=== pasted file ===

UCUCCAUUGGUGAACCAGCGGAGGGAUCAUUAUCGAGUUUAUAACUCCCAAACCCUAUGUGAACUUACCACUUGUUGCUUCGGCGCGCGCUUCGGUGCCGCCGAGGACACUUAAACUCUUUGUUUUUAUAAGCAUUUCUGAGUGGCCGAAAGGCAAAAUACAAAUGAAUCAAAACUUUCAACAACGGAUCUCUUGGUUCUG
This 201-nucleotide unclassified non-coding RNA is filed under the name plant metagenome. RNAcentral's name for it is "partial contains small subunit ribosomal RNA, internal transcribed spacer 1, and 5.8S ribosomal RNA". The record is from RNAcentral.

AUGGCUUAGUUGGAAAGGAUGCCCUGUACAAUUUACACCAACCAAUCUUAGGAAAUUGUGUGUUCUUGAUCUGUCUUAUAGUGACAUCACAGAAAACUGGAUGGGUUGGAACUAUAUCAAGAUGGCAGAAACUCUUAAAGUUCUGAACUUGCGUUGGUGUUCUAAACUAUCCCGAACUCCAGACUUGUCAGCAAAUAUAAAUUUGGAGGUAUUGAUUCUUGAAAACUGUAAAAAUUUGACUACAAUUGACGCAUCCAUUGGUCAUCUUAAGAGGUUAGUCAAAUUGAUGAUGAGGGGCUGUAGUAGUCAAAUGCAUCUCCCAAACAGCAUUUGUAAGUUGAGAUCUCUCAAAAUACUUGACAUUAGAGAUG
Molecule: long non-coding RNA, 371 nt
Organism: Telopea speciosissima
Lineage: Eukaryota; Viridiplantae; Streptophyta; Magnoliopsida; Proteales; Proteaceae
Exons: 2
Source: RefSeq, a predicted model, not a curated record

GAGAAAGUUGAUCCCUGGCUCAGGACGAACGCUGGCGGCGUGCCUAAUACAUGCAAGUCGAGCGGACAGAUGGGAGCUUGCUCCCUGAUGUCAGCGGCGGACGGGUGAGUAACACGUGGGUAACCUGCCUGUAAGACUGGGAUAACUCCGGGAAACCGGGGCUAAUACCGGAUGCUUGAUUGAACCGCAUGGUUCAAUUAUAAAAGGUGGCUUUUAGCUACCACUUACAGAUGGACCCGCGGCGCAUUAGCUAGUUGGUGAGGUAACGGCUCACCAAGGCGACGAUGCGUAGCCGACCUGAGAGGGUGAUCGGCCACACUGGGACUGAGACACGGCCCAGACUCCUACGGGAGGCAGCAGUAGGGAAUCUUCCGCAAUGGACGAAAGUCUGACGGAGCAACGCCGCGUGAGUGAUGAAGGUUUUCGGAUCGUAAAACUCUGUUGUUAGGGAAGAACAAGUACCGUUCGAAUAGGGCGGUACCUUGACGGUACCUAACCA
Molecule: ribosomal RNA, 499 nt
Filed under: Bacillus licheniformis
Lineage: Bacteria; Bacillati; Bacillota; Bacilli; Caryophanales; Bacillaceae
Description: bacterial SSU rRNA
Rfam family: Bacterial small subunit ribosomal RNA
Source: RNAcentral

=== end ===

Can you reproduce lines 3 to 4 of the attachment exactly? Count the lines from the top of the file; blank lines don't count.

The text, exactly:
AUGGCUUAGUUGGAAAGGAUGCCCUGUACAAUUUACACCAACCAAUCUUAGGAAAUUGUGUGUUCUUGAUCUGUCUUAUAGUGACAUCACAGAAAACUGGAUGGGUUGGAACUAUAUCAAGAUGGCAGAAACUCUUAAAGUUCUGAACUUGCGUUGGUGUUCUAAACUAUCCCGAACUCCAGACUUGUCAGCAAAUAUAAAUUUGGAGGUAUUGAUUCUUGAAAACUGUAAAAAUUUGACUACAAUUGACGCAUCCAUUGGUCAUCUUAAGAGGUUAGUCAAAUUGAUGAUGAGGGGCUGUAGUAGUCAAAUGCAUCUCCCAAACAGCAUUUGUAAGUUGAGAUCUCUCAAAAUACUUGACAUUAGAGAUG
Molecule: long non-coding RNA, 371 nt